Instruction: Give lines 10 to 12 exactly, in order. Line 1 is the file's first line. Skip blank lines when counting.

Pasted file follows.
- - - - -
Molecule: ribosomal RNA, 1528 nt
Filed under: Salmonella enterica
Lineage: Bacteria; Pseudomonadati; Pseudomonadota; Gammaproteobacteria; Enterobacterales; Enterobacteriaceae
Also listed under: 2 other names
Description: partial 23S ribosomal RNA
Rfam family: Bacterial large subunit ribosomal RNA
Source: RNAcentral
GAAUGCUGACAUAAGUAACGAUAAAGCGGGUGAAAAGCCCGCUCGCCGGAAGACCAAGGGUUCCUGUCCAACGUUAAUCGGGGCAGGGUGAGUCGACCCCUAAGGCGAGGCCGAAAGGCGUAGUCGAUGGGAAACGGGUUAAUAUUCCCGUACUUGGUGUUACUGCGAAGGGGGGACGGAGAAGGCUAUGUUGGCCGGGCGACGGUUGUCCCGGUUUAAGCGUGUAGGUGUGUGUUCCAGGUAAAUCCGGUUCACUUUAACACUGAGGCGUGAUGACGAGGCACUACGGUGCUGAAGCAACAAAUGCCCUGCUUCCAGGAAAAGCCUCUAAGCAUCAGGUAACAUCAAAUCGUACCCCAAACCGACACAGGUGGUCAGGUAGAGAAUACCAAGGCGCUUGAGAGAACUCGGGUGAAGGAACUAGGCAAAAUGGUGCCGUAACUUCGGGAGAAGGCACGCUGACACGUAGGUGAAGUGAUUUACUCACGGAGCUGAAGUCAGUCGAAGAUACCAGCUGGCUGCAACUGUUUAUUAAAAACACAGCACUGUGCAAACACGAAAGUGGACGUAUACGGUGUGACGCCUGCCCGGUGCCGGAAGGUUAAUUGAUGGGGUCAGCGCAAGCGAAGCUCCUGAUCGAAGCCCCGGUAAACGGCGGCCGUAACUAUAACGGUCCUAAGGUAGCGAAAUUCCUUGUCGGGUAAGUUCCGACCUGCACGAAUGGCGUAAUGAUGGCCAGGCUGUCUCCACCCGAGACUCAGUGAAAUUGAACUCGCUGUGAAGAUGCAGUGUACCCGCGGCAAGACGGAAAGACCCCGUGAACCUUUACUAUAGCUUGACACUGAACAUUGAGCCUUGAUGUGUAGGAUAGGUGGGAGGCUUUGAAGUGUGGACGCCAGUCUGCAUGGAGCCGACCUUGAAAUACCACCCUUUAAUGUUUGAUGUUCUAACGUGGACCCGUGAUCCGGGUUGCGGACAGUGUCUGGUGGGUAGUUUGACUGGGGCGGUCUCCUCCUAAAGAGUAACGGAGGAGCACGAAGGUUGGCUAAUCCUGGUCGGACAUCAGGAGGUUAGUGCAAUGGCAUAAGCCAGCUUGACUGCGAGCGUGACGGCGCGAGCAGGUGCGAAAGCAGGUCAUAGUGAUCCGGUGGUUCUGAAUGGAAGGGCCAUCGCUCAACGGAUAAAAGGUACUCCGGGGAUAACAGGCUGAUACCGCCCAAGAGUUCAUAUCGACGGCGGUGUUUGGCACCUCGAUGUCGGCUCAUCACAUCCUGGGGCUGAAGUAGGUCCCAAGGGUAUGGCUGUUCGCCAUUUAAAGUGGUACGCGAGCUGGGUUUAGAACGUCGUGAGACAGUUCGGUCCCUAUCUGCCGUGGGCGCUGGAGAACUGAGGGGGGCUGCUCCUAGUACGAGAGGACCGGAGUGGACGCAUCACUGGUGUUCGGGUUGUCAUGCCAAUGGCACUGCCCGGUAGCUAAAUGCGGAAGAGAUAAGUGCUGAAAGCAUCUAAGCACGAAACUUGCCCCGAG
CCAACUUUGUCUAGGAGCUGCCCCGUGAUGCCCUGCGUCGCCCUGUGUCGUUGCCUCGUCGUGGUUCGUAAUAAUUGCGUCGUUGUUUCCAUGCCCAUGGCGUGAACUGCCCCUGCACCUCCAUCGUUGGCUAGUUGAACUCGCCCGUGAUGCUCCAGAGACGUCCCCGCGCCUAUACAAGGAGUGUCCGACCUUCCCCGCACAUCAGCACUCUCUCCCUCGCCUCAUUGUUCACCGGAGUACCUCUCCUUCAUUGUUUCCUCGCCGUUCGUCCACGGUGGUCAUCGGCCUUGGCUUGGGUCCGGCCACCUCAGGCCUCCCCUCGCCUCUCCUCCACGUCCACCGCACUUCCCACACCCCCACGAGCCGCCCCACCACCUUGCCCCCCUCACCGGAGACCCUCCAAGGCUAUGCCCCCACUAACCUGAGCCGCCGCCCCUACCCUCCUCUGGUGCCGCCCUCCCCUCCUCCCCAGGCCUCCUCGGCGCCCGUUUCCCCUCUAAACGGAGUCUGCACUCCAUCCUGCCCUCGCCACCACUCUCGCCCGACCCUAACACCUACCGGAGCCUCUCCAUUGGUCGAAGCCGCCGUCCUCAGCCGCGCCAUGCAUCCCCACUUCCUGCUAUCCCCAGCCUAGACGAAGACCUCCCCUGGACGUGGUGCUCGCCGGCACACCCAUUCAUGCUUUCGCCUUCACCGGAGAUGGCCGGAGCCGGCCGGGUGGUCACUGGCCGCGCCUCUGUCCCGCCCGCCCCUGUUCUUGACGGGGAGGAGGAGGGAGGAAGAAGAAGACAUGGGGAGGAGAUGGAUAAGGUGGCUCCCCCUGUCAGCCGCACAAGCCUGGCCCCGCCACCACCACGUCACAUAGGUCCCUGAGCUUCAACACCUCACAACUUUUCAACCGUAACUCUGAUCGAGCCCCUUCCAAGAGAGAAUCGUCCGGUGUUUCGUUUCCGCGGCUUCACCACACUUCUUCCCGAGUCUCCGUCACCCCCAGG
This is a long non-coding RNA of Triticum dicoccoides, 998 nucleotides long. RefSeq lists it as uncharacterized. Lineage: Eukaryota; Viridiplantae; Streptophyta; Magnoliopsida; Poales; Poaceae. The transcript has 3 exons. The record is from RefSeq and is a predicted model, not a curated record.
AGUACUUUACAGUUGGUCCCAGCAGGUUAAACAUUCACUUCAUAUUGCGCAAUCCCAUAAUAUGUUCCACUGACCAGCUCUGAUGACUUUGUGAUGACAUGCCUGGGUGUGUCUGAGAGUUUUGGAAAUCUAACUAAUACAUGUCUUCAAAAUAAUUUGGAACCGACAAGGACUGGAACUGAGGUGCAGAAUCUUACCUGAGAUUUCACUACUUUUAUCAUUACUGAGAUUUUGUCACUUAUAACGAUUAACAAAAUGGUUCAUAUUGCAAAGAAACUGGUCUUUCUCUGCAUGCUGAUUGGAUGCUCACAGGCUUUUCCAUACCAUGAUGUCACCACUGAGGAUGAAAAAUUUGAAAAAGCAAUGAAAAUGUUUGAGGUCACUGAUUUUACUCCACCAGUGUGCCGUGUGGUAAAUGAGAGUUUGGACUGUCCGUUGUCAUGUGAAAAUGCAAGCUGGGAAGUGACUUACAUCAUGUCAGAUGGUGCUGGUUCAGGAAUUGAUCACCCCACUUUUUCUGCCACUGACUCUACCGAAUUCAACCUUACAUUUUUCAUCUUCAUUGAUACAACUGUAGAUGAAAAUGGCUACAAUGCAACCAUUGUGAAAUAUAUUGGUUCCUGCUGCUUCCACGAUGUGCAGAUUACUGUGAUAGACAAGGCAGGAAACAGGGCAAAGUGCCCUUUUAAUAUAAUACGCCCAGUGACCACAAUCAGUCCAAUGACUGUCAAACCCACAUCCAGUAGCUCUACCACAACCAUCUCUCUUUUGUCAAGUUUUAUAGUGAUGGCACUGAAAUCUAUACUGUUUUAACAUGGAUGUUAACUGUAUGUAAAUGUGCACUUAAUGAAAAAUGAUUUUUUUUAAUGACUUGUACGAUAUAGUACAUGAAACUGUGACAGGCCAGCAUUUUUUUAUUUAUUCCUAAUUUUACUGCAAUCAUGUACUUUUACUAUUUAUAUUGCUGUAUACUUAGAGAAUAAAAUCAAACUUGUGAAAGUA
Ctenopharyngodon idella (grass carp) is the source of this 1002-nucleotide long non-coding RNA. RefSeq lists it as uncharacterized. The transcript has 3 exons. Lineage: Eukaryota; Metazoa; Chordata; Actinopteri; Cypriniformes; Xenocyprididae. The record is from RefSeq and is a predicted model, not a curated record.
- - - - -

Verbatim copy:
This is a long non-coding RNA of Triticum dicoccoides, 998 nucleotides long. RefSeq lists it as uncharacterized. Lineage: Eukaryota; Viridiplantae; Streptophyta; Magnoliopsida; Poales; Poaceae. The transcript has 3 exons. The record is from RefSeq and is a predicted model, not a curated record.
AGUACUUUACAGUUGGUCCCAGCAGGUUAAACAUUCACUUCAUAUUGCGCAAUCCCAUAAUAUGUUCCACUGACCAGCUCUGAUGACUUUGUGAUGACAUGCCUGGGUGUGUCUGAGAGUUUUGGAAAUCUAACUAAUACAUGUCUUCAAAAUAAUUUGGAACCGACAAGGACUGGAACUGAGGUGCAGAAUCUUACCUGAGAUUUCACUACUUUUAUCAUUACUGAGAUUUUGUCACUUAUAACGAUUAACAAAAUGGUUCAUAUUGCAAAGAAACUGGUCUUUCUCUGCAUGCUGAUUGGAUGCUCACAGGCUUUUCCAUACCAUGAUGUCACCACUGAGGAUGAAAAAUUUGAAAAAGCAAUGAAAAUGUUUGAGGUCACUGAUUUUACUCCACCAGUGUGCCGUGUGGUAAAUGAGAGUUUGGACUGUCCGUUGUCAUGUGAAAAUGCAAGCUGGGAAGUGACUUACAUCAUGUCAGAUGGUGCUGGUUCAGGAAUUGAUCACCCCACUUUUUCUGCCACUGACUCUACCGAAUUCAACCUUACAUUUUUCAUCUUCAUUGAUACAACUGUAGAUGAAAAUGGCUACAAUGCAACCAUUGUGAAAUAUAUUGGUUCCUGCUGCUUCCACGAUGUGCAGAUUACUGUGAUAGACAAGGCAGGAAACAGGGCAAAGUGCCCUUUUAAUAUAAUACGCCCAGUGACCACAAUCAGUCCAAUGACUGUCAAACCCACAUCCAGUAGCUCUACCACAACCAUCUCUCUUUUGUCAAGUUUUAUAGUGAUGGCACUGAAAUCUAUACUGUUUUAACAUGGAUGUUAACUGUAUGUAAAUGUGCACUUAAUGAAAAAUGAUUUUUUUUAAUGACUUGUACGAUAUAGUACAUGAAACUGUGACAGGCCAGCAUUUUUUUAUUUAUUCCUAAUUUUACUGCAAUCAUGUACUUUUACUAUUUAUAUUGCUGUAUACUUAGAGAAUAAAAUCAAACUUGUGAAAGUA
Ctenopharyngodon idella (grass carp) is the source of this 1002-nucleotide long non-coding RNA. RefSeq lists it as uncharacterized. The transcript has 3 exons. Lineage: Eukaryota; Metazoa; Chordata; Actinopteri; Cypriniformes; Xenocyprididae. The record is from RefSeq and is a predicted model, not a curated record.